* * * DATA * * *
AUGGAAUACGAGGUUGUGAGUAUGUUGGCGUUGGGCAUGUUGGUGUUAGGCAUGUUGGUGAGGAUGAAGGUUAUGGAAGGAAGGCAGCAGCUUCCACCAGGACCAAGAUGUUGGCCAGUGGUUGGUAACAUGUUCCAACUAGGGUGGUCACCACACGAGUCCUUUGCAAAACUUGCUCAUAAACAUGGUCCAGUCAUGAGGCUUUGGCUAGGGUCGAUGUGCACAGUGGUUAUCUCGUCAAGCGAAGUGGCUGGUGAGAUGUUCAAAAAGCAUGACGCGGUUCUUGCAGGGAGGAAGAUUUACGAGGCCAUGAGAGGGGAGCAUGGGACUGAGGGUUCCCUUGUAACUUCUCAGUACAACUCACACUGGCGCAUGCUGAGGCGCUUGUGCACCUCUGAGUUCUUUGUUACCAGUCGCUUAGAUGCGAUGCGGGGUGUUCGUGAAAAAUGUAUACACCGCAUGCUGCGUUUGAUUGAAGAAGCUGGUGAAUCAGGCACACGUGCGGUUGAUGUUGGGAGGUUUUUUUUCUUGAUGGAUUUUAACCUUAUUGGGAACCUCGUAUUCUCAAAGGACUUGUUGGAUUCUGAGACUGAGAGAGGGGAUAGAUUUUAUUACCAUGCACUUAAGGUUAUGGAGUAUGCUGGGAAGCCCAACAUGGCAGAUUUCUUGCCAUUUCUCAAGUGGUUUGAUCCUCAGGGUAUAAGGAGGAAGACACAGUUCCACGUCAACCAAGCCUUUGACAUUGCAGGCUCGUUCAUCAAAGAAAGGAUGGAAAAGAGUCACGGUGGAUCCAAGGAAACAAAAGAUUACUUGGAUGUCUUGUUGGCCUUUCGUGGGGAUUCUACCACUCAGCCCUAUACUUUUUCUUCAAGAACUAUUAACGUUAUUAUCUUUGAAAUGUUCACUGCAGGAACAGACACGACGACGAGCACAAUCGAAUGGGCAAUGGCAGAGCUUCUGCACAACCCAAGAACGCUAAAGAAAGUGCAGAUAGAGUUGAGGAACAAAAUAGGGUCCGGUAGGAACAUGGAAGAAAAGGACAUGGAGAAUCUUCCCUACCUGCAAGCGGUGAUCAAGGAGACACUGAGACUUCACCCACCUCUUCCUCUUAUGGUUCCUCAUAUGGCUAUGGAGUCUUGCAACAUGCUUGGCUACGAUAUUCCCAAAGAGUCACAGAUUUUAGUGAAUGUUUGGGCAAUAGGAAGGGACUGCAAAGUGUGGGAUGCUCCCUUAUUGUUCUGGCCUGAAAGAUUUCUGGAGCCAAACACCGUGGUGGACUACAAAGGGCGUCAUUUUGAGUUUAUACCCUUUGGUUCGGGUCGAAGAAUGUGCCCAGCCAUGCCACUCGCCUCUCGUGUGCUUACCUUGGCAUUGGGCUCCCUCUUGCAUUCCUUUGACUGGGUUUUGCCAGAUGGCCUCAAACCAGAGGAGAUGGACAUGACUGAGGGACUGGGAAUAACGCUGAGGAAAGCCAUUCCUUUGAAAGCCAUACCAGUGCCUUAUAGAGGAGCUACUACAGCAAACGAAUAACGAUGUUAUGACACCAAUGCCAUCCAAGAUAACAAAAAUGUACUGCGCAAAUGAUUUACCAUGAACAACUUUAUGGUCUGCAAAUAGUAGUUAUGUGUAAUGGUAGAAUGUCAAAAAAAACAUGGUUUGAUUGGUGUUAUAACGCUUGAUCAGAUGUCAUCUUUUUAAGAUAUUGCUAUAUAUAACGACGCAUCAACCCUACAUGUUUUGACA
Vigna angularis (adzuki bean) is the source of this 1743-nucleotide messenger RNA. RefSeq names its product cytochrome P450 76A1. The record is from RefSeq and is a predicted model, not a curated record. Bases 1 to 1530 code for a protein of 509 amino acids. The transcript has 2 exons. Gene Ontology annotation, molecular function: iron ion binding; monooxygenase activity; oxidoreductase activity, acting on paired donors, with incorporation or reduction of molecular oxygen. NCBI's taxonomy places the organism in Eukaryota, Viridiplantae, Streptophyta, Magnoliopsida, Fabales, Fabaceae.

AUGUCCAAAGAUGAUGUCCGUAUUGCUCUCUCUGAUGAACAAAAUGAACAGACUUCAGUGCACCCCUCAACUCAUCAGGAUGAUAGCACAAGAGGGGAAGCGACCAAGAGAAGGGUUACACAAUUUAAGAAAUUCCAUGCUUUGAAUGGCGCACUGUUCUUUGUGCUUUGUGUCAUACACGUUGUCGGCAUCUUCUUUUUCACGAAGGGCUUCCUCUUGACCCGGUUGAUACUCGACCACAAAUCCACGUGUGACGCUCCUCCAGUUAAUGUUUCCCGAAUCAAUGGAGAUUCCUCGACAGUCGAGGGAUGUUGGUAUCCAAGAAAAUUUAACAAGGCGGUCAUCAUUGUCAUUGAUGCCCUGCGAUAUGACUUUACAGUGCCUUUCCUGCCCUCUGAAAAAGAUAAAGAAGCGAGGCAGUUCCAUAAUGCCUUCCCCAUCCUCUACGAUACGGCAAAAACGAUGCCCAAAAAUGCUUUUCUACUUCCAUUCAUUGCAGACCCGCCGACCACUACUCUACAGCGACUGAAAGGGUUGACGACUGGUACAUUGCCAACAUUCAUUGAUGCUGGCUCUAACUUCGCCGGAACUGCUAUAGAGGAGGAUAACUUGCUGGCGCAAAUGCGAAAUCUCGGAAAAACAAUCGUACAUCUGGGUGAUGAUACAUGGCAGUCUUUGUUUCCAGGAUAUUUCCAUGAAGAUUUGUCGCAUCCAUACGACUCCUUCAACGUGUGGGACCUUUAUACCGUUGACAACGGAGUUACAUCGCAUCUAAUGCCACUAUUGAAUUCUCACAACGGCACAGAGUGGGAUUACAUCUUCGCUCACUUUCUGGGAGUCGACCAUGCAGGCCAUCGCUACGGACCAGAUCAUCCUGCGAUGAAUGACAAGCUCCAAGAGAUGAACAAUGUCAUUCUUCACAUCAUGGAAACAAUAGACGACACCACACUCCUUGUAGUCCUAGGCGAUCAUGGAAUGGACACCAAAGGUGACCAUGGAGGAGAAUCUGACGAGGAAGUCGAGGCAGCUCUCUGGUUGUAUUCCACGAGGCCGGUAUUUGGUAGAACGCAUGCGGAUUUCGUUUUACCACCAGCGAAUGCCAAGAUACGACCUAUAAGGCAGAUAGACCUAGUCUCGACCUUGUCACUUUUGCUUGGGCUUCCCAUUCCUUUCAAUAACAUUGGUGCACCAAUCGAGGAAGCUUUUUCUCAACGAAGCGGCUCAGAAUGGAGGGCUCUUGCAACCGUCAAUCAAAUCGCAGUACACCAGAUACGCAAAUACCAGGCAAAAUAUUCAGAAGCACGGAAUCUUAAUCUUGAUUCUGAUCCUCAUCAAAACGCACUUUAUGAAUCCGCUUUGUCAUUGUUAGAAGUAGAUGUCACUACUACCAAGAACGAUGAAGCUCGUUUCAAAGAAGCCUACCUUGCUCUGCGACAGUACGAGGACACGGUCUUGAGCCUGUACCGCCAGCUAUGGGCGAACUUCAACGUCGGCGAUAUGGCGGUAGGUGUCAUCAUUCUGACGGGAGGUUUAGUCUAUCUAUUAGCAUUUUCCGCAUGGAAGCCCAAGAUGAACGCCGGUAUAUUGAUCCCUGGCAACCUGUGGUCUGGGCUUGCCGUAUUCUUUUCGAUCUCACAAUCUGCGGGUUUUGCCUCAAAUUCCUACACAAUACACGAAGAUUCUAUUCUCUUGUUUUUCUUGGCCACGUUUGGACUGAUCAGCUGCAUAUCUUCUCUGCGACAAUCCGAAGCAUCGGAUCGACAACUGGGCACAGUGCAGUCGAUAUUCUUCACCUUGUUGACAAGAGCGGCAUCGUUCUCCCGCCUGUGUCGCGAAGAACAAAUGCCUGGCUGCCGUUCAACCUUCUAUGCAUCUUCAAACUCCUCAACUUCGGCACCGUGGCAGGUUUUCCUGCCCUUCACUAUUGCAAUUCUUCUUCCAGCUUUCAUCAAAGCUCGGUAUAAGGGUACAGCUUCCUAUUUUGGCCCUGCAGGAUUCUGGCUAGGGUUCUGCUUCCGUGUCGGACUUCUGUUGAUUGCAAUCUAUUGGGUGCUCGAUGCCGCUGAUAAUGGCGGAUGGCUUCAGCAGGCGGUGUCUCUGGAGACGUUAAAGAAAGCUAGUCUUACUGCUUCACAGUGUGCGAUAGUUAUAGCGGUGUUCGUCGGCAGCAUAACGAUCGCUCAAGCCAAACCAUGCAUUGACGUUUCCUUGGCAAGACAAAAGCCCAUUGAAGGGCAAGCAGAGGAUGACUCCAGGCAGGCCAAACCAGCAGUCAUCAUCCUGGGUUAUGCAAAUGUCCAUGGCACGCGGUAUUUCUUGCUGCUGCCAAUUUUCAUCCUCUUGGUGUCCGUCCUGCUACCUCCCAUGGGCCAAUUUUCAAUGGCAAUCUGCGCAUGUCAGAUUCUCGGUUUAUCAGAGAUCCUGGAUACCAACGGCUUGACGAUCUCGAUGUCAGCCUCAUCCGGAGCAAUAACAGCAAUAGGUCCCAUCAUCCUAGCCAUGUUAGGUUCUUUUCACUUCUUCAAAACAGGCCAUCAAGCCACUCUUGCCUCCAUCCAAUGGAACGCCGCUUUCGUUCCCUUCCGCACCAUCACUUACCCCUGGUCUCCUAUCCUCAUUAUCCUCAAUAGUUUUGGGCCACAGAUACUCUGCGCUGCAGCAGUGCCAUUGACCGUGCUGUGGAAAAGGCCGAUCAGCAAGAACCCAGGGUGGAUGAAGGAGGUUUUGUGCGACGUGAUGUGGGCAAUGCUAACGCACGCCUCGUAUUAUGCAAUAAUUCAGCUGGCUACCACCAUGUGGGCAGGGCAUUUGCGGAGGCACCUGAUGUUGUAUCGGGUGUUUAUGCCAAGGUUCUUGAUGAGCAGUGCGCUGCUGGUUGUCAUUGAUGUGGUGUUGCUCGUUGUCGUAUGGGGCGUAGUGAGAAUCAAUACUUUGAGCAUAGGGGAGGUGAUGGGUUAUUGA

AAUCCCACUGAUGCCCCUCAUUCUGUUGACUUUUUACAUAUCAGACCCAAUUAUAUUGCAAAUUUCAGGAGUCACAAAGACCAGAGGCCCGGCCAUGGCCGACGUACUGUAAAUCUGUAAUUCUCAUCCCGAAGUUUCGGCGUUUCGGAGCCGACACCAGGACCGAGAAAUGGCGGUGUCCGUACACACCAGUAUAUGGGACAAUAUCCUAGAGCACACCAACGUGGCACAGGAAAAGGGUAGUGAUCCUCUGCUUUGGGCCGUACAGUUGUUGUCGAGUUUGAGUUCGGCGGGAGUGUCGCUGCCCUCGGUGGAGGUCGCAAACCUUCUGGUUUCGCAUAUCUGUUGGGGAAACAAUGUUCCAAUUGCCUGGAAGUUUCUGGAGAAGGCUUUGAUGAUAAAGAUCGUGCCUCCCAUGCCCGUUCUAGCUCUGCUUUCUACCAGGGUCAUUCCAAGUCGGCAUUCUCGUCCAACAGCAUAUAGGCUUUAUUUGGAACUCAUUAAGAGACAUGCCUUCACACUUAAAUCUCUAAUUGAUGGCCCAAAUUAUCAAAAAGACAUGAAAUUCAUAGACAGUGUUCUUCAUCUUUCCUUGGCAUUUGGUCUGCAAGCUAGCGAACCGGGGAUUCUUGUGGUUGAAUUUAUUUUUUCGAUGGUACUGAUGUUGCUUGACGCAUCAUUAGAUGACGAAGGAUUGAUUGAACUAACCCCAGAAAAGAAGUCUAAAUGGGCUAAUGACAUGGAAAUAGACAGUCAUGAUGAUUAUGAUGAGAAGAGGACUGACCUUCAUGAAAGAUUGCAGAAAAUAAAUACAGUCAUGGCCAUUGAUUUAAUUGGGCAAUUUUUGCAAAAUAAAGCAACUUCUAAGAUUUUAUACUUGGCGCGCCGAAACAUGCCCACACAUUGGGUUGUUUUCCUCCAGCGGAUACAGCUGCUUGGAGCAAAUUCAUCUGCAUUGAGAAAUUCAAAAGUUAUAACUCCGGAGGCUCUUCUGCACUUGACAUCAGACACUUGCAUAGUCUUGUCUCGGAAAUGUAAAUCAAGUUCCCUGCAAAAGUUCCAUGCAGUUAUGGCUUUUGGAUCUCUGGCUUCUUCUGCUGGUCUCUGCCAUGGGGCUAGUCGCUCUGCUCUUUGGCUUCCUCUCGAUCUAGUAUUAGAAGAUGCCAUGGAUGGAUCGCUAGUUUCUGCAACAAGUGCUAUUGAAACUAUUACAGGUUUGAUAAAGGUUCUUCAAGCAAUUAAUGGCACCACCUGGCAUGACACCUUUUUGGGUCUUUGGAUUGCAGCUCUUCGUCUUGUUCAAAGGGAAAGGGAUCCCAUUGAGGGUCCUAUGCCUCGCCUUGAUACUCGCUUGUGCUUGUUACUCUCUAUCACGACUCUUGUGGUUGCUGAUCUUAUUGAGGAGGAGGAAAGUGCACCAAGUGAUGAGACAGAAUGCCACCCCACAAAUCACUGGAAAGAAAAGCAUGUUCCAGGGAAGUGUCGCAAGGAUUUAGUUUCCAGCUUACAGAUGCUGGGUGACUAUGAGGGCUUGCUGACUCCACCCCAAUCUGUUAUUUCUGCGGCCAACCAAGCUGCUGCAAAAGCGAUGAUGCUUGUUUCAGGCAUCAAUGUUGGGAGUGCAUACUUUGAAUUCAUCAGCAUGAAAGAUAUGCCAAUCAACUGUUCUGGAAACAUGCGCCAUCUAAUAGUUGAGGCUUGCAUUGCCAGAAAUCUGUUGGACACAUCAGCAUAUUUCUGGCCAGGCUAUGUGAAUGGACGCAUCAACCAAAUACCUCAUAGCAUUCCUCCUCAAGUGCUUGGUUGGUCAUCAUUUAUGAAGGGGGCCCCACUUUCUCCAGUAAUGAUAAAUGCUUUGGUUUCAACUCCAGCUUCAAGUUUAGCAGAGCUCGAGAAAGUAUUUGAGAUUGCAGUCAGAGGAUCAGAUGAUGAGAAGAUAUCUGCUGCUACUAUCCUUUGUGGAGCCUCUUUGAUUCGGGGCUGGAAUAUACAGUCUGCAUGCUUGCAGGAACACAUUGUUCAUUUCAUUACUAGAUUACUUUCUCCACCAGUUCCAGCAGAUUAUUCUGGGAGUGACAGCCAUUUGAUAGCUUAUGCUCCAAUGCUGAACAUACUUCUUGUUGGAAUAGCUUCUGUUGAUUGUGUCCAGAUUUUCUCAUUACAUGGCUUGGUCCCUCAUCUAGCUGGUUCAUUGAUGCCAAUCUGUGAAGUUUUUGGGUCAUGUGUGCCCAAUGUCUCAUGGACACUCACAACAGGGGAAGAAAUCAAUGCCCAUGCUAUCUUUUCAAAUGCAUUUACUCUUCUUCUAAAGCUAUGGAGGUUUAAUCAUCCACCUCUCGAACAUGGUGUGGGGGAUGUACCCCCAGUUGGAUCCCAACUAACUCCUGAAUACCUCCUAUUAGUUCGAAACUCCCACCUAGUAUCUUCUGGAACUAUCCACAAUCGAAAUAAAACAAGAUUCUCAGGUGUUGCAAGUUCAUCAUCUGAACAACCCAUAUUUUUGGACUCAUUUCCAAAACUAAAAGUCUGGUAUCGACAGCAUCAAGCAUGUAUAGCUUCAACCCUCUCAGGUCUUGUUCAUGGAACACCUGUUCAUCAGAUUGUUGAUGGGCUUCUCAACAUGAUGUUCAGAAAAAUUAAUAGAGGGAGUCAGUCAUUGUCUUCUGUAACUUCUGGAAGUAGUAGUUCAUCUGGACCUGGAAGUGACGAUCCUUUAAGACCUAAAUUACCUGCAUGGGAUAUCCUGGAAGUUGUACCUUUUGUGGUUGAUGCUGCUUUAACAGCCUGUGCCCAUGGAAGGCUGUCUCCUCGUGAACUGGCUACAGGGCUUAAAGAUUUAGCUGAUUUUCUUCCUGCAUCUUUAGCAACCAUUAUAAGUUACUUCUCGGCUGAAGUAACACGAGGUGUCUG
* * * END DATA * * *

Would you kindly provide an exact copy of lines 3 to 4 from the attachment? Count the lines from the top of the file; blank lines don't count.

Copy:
AUGUCCAAAGAUGAUGUCCGUAUUGCUCUCUCUGAUGAACAAAAUGAACAGACUUCAGUGCACCCCUCAACUCAUCAGGAUGAUAGCACAAGAGGGGAAGCGACCAAGAGAAGGGUUACACAAUUUAAGAAAUUCCAUGCUUUGAAUGGCGCACUGUUCUUUGUGCUUUGUGUCAUACACGUUGUCGGCAUCUUCUUUUUCACGAAGGGCUUCCUCUUGACCCGGUUGAUACUCGACCACAAAUCCACGUGUGACGCUCCUCCAGUUAAUGUUUCCCGAAUCAAUGGAGAUUCCUCGACAGUCGAGGGAUGUUGGUAUCCAAGAAAAUUUAACAAGGCGGUCAUCAUUGUCAUUGAUGCCCUGCGAUAUGACUUUACAGUGCCUUUCCUGCCCUCUGAAAAAGAUAAAGAAGCGAGGCAGUUCCAUAAUGCCUUCCCCAUCCUCUACGAUACGGCAAAAACGAUGCCCAAAAAUGCUUUUCUACUUCCAUUCAUUGCAGACCCGCCGACCACUACUCUACAGCGACUGAAAGGGUUGACGACUGGUACAUUGCCAACAUUCAUUGAUGCUGGCUCUAACUUCGCCGGAACUGCUAUAGAGGAGGAUAACUUGCUGGCGCAAAUGCGAAAUCUCGGAAAAACAAUCGUACAUCUGGGUGAUGAUACAUGGCAGUCUUUGUUUCCAGGAUAUUUCCAUGAAGAUUUGUCGCAUCCAUACGACUCCUUCAACGUGUGGGACCUUUAUACCGUUGACAACGGAGUUACAUCGCAUCUAAUGCCACUAUUGAAUUCUCACAACGGCACAGAGUGGGAUUACAUCUUCGCUCACUUUCUGGGAGUCGACCAUGCAGGCCAUCGCUACGGACCAGAUCAUCCUGCGAUGAAUGACAAGCUCCAAGAGAUGAACAAUGUCAUUCUUCACAUCAUGGAAACAAUAGACGACACCACACUCCUUGUAGUCCUAGGCGAUCAUGGAAUGGACACCAAAGGUGACCAUGGAGGAGAAUCUGACGAGGAAGUCGAGGCAGCUCUCUGGUUGUAUUCCACGAGGCCGGUAUUUGGUAGAACGCAUGCGGAUUUCGUUUUACCACCAGCGAAUGCCAAGAUACGACCUAUAAGGCAGAUAGACCUAGUCUCGACCUUGUCACUUUUGCUUGGGCUUCCCAUUCCUUUCAAUAACAUUGGUGCACCAAUCGAGGAAGCUUUUUCUCAACGAAGCGGCUCAGAAUGGAGGGCUCUUGCAACCGUCAAUCAAAUCGCAGUACACCAGAUACGCAAAUACCAGGCAAAAUAUUCAGAAGCACGGAAUCUUAAUCUUGAUUCUGAUCCUCAUCAAAACGCACUUUAUGAAUCCGCUUUGUCAUUGUUAGAAGUAGAUGUCACUACUACCAAGAACGAUGAAGCUCGUUUCAAAGAAGCCUACCUUGCUCUGCGACAGUACGAGGACACGGUCUUGAGCCUGUACCGCCAGCUAUGGGCGAACUUCAACGUCGGCGAUAUGGCGGUAGGUGUCAUCAUUCUGACGGGAGGUUUAGUCUAUCUAUUAGCAUUUUCCGCAUGGAAGCCCAAGAUGAACGCCGGUAUAUUGAUCCCUGGCAACCUGUGGUCUGGGCUUGCCGUAUUCUUUUCGAUCUCACAAUCUGCGGGUUUUGCCUCAAAUUCCUACACAAUACACGAAGAUUCUAUUCUCUUGUUUUUCUUGGCCACGUUUGGACUGAUCAGCUGCAUAUCUUCUCUGCGACAAUCCGAAGCAUCGGAUCGACAACUGGGCACAGUGCAGUCGAUAUUCUUCACCUUGUUGACAAGAGCGGCAUCGUUCUCCCGCCUGUGUCGCGAAGAACAAAUGCCUGGCUGCCGUUCAACCUUCUAUGCAUCUUCAAACUCCUCAACUUCGGCACCGUGGCAGGUUUUCCUGCCCUUCACUAUUGCAAUUCUUCUUCCAGCUUUCAUCAAAGCUCGGUAUAAGGGUACAGCUUCCUAUUUUGGCCCUGCAGGAUUCUGGCUAGGGUUCUGCUUCCGUGUCGGACUUCUGUUGAUUGCAAUCUAUUGGGUGCUCGAUGCCGCUGAUAAUGGCGGAUGGCUUCAGCAGGCGGUGUCUCUGGAGACGUUAAAGAAAGCUAGUCUUACUGCUUCACAGUGUGCGAUAGUUAUAGCGGUGUUCGUCGGCAGCAUAACGAUCGCUCAAGCCAAACCAUGCAUUGACGUUUCCUUGGCAAGACAAAAGCCCAUUGAAGGGCAAGCAGAGGAUGACUCCAGGCAGGCCAAACCAGCAGUCAUCAUCCUGGGUUAUGCAAAUGUCCAUGGCACGCGGUAUUUCUUGCUGCUGCCAAUUUUCAUCCUCUUGGUGUCCGUCCUGCUACCUCCCAUGGGCCAAUUUUCAAUGGCAAUCUGCGCAUGUCAGAUUCUCGGUUUAUCAGAGAUCCUGGAUACCAACGGCUUGACGAUCUCGAUGUCAGCCUCAUCCGGAGCAAUAACAGCAAUAGGUCCCAUCAUCCUAGCCAUGUUAGGUUCUUUUCACUUCUUCAAAACAGGCCAUCAAGCCACUCUUGCCUCCAUCCAAUGGAACGCCGCUUUCGUUCCCUUCCGCACCAUCACUUACCCCUGGUCUCCUAUCCUCAUUAUCCUCAAUAGUUUUGGGCCACAGAUACUCUGCGCUGCAGCAGUGCCAUUGACCGUGCUGUGGAAAAGGCCGAUCAGCAAGAACCCAGGGUGGAUGAAGGAGGUUUUGUGCGACGUGAUGUGGGCAAUGCUAACGCACGCCUCGUAUUAUGCAAUAAUUCAGCUGGCUACCACCAUGUGGGCAGGGCAUUUGCGGAGGCACCUGAUGUUGUAUCGGGUGUUUAUGCCAAGGUUCUUGAUGAGCAGUGCGCUGCUGGUUGUCAUUGAUGUGGUGUUGCUCGUUGUCGUAUGGGGCGUAGUGAGAAUCAAUACUUUGAGCAUAGGGGAGGUGAUGGGUUAUUGA

AAUCCCACUGAUGCCCCUCAUUCUGUUGACUUUUUACAUAUCAGACCCAAUUAUAUUGCAAAUUUCAGGAGUCACAAAGACCAGAGGCCCGGCCAUGGCCGACGUACUGUAAAUCUGUAAUUCUCAUCCCGAAGUUUCGGCGUUUCGGAGCCGACACCAGGACCGAGAAAUGGCGGUGUCCGUACACACCAGUAUAUGGGACAAUAUCCUAGAGCACACCAACGUGGCACAGGAAAAGGGUAGUGAUCCUCUGCUUUGGGCCGUACAGUUGUUGUCGAGUUUGAGUUCGGCGGGAGUGUCGCUGCCCUCGGUGGAGGUCGCAAACCUUCUGGUUUCGCAUAUCUGUUGGGGAAACAAUGUUCCAAUUGCCUGGAAGUUUCUGGAGAAGGCUUUGAUGAUAAAGAUCGUGCCUCCCAUGCCCGUUCUAGCUCUGCUUUCUACCAGGGUCAUUCCAAGUCGGCAUUCUCGUCCAACAGCAUAUAGGCUUUAUUUGGAACUCAUUAAGAGACAUGCCUUCACACUUAAAUCUCUAAUUGAUGGCCCAAAUUAUCAAAAAGACAUGAAAUUCAUAGACAGUGUUCUUCAUCUUUCCUUGGCAUUUGGUCUGCAAGCUAGCGAACCGGGGAUUCUUGUGGUUGAAUUUAUUUUUUCGAUGGUACUGAUGUUGCUUGACGCAUCAUUAGAUGACGAAGGAUUGAUUGAACUAACCCCAGAAAAGAAGUCUAAAUGGGCUAAUGACAUGGAAAUAGACAGUCAUGAUGAUUAUGAUGAGAAGAGGACUGACCUUCAUGAAAGAUUGCAGAAAAUAAAUACAGUCAUGGCCAUUGAUUUAAUUGGGCAAUUUUUGCAAAAUAAAGCAACUUCUAAGAUUUUAUACUUGGCGCGCCGAAACAUGCCCACACAUUGGGUUGUUUUCCUCCAGCGGAUACAGCUGCUUGGAGCAAAUUCAUCUGCAUUGAGAAAUUCAAAAGUUAUAACUCCGGAGGCUCUUCUGCACUUGACAUCAGACACUUGCAUAGUCUUGUCUCGGAAAUGUAAAUCAAGUUCCCUGCAAAAGUUCCAUGCAGUUAUGGCUUUUGGAUCUCUGGCUUCUUCUGCUGGUCUCUGCCAUGGGGCUAGUCGCUCUGCUCUUUGGCUUCCUCUCGAUCUAGUAUUAGAAGAUGCCAUGGAUGGAUCGCUAGUUUCUGCAACAAGUGCUAUUGAAACUAUUACAGGUUUGAUAAAGGUUCUUCAAGCAAUUAAUGGCACCACCUGGCAUGACACCUUUUUGGGUCUUUGGAUUGCAGCUCUUCGUCUUGUUCAAAGGGAAAGGGAUCCCAUUGAGGGUCCUAUGCCUCGCCUUGAUACUCGCUUGUGCUUGUUACUCUCUAUCACGACUCUUGUGGUUGCUGAUCUUAUUGAGGAGGAGGAAAGUGCACCAAGUGAUGAGACAGAAUGCCACCCCACAAAUCACUGGAAAGAAAAGCAUGUUCCAGGGAAGUGUCGCAAGGAUUUAGUUUCCAGCUUACAGAUGCUGGGUGACUAUGAGGGCUUGCUGACUCCACCCCAAUCUGUUAUUUCUGCGGCCAACCAAGCUGCUGCAAAAGCGAUGAUGCUUGUUUCAGGCAUCAAUGUUGGGAGUGCAUACUUUGAAUUCAUCAGCAUGAAAGAUAUGCCAAUCAACUGUUCUGGAAACAUGCGCCAUCUAAUAGUUGAGGCUUGCAUUGCCAGAAAUCUGUUGGACACAUCAGCAUAUUUCUGGCCAGGCUAUGUGAAUGGACGCAUCAACCAAAUACCUCAUAGCAUUCCUCCUCAAGUGCUUGGUUGGUCAUCAUUUAUGAAGGGGGCCCCACUUUCUCCAGUAAUGAUAAAUGCUUUGGUUUCAACUCCAGCUUCAAGUUUAGCAGAGCUCGAGAAAGUAUUUGAGAUUGCAGUCAGAGGAUCAGAUGAUGAGAAGAUAUCUGCUGCUACUAUCCUUUGUGGAGCCUCUUUGAUUCGGGGCUGGAAUAUACAGUCUGCAUGCUUGCAGGAACACAUUGUUCAUUUCAUUACUAGAUUACUUUCUCCACCAGUUCCAGCAGAUUAUUCUGGGAGUGACAGCCAUUUGAUAGCUUAUGCUCCAAUGCUGAACAUACUUCUUGUUGGAAUAGCUUCUGUUGAUUGUGUCCAGAUUUUCUCAUUACAUGGCUUGGUCCCUCAUCUAGCUGGUUCAUUGAUGCCAAUCUGUGAAGUUUUUGGGUCAUGUGUGCCCAAUGUCUCAUGGACACUCACAACAGGGGAAGAAAUCAAUGCCCAUGCUAUCUUUUCAAAUGCAUUUACUCUUCUUCUAAAGCUAUGGAGGUUUAAUCAUCCACCUCUCGAACAUGGUGUGGGGGAUGUACCCCCAGUUGGAUCCCAACUAACUCCUGAAUACCUCCUAUUAGUUCGAAACUCCCACCUAGUAUCUUCUGGAACUAUCCACAAUCGAAAUAAAACAAGAUUCUCAGGUGUUGCAAGUUCAUCAUCUGAACAACCCAUAUUUUUGGACUCAUUUCCAAAACUAAAAGUCUGGUAUCGACAGCAUCAAGCAUGUAUAGCUUCAACCCUCUCAGGUCUUGUUCAUGGAACACCUGUUCAUCAGAUUGUUGAUGGGCUUCUCAACAUGAUGUUCAGAAAAAUUAAUAGAGGGAGUCAGUCAUUGUCUUCUGUAACUUCUGGAAGUAGUAGUUCAUCUGGACCUGGAAGUGACGAUCCUUUAAGACCUAAAUUACCUGCAUGGGAUAUCCUGGAAGUUGUACCUUUUGUGGUUGAUGCUGCUUUAACAGCCUGUGCCCAUGGAAGGCUGUCUCCUCGUGAACUGGCUACAGGGCUUAAAGAUUUAGCUGAUUUUCUUCCUGCAUCUUUAGCAACCAUUAUAAGUUACUUCUCGGCUGAAGUAACACGAGGUGUCUG